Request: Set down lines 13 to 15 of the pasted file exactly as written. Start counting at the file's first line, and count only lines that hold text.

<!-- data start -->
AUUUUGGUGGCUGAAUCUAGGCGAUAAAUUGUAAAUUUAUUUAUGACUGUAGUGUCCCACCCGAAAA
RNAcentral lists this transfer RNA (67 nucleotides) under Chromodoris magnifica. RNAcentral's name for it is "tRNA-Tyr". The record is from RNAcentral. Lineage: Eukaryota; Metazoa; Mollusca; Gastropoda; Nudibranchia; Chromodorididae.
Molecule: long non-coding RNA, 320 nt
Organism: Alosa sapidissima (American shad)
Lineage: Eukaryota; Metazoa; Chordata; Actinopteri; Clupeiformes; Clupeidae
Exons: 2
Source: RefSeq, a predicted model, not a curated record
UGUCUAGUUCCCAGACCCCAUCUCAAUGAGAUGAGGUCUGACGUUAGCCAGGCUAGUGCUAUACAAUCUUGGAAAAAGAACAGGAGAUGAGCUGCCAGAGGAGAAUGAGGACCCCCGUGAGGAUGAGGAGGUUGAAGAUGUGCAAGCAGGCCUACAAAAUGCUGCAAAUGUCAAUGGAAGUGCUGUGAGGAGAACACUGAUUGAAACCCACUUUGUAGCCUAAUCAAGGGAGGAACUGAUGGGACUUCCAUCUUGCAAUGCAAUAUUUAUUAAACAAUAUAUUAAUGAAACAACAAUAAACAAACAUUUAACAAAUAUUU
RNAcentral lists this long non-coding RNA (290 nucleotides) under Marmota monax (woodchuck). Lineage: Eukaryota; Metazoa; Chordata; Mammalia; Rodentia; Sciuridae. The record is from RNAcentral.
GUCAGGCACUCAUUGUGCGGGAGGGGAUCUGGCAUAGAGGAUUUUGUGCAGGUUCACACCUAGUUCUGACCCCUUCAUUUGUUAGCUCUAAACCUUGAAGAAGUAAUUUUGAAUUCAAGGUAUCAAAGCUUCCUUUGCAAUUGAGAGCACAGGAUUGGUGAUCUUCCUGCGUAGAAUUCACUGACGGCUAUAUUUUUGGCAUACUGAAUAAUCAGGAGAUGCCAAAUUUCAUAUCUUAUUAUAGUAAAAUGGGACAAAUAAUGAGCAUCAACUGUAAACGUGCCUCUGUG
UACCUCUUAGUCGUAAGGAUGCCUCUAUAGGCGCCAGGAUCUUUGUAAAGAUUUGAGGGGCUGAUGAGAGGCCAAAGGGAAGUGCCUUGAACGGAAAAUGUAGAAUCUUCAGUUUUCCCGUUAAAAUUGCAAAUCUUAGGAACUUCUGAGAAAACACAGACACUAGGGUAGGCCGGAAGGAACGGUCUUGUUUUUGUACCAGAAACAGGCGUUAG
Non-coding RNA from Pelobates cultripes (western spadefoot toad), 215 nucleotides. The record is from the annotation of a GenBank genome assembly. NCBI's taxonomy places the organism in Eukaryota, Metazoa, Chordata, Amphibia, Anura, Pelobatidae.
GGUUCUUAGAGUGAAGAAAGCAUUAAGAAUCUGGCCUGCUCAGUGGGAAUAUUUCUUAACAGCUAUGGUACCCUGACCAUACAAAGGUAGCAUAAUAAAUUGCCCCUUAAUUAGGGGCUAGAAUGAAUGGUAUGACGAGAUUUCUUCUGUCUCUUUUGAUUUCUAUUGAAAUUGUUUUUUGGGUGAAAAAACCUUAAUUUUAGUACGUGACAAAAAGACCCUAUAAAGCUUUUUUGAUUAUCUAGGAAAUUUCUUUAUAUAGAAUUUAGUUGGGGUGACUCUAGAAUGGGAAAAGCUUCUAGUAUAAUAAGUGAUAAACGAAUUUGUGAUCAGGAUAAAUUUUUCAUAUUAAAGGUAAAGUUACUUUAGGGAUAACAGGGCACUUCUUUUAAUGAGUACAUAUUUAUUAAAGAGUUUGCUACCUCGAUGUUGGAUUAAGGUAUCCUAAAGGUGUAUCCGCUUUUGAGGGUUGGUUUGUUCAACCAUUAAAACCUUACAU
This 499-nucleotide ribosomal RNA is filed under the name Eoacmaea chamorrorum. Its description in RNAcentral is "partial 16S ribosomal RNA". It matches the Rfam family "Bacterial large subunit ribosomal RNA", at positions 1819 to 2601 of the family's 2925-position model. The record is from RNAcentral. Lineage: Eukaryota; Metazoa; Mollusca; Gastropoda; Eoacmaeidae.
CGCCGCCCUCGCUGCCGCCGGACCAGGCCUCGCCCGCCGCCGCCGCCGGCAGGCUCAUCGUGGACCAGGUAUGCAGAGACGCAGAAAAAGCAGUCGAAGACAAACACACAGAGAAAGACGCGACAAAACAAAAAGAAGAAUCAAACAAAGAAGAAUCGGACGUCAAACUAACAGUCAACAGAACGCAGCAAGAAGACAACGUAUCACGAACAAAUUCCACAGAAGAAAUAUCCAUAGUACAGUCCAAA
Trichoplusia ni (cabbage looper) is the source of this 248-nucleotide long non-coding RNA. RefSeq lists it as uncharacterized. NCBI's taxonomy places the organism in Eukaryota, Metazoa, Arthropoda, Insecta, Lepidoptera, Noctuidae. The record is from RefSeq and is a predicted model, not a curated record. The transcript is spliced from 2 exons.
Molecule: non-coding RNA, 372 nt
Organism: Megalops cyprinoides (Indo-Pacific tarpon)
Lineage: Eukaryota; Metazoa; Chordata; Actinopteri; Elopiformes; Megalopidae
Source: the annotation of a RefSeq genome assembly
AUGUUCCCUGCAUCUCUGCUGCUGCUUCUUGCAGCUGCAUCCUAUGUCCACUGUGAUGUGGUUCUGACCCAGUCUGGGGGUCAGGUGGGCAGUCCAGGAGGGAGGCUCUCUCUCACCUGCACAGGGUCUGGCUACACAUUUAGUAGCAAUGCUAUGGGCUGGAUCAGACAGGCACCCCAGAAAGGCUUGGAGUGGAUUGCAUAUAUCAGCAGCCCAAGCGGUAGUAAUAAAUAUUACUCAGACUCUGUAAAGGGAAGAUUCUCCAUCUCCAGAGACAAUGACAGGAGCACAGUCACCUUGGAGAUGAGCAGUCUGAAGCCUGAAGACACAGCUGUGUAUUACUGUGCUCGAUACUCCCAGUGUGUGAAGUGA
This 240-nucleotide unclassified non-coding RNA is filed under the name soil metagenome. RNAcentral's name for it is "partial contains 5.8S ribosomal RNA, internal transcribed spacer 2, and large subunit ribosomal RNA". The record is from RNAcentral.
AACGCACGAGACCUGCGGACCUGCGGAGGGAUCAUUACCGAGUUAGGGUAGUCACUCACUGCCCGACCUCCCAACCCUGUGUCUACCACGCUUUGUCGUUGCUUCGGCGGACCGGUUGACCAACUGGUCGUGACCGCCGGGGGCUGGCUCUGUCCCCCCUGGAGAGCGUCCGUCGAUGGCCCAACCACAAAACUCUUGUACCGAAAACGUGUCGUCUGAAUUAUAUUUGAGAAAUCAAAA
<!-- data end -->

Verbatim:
GGUUCUUAGAGUGAAGAAAGCAUUAAGAAUCUGGCCUGCUCAGUGGGAAUAUUUCUUAACAGCUAUGGUACCCUGACCAUACAAAGGUAGCAUAAUAAAUUGCCCCUUAAUUAGGGGCUAGAAUGAAUGGUAUGACGAGAUUUCUUCUGUCUCUUUUGAUUUCUAUUGAAAUUGUUUUUUGGGUGAAAAAACCUUAAUUUUAGUACGUGACAAAAAGACCCUAUAAAGCUUUUUUGAUUAUCUAGGAAAUUUCUUUAUAUAGAAUUUAGUUGGGGUGACUCUAGAAUGGGAAAAGCUUCUAGUAUAAUAAGUGAUAAACGAAUUUGUGAUCAGGAUAAAUUUUUCAUAUUAAAGGUAAAGUUACUUUAGGGAUAACAGGGCACUUCUUUUAAUGAGUACAUAUUUAUUAAAGAGUUUGCUACCUCGAUGUUGGAUUAAGGUAUCCUAAAGGUGUAUCCGCUUUUGAGGGUUGGUUUGUUCAACCAUUAAAACCUUACAU
This 499-nucleotide ribosomal RNA is filed under the name Eoacmaea chamorrorum. Its description in RNAcentral is "partial 16S ribosomal RNA". It matches the Rfam family "Bacterial large subunit ribosomal RNA", at positions 1819 to 2601 of the family's 2925-position model. The record is from RNAcentral. Lineage: Eukaryota; Metazoa; Mollusca; Gastropoda; Eoacmaeidae.
CGCCGCCCUCGCUGCCGCCGGACCAGGCCUCGCCCGCCGCCGCCGCCGGCAGGCUCAUCGUGGACCAGGUAUGCAGAGACGCAGAAAAAGCAGUCGAAGACAAACACACAGAGAAAGACGCGACAAAACAAAAAGAAGAAUCAAACAAAGAAGAAUCGGACGUCAAACUAACAGUCAACAGAACGCAGCAAGAAGACAACGUAUCACGAACAAAUUCCACAGAAGAAAUAUCCAUAGUACAGUCCAAA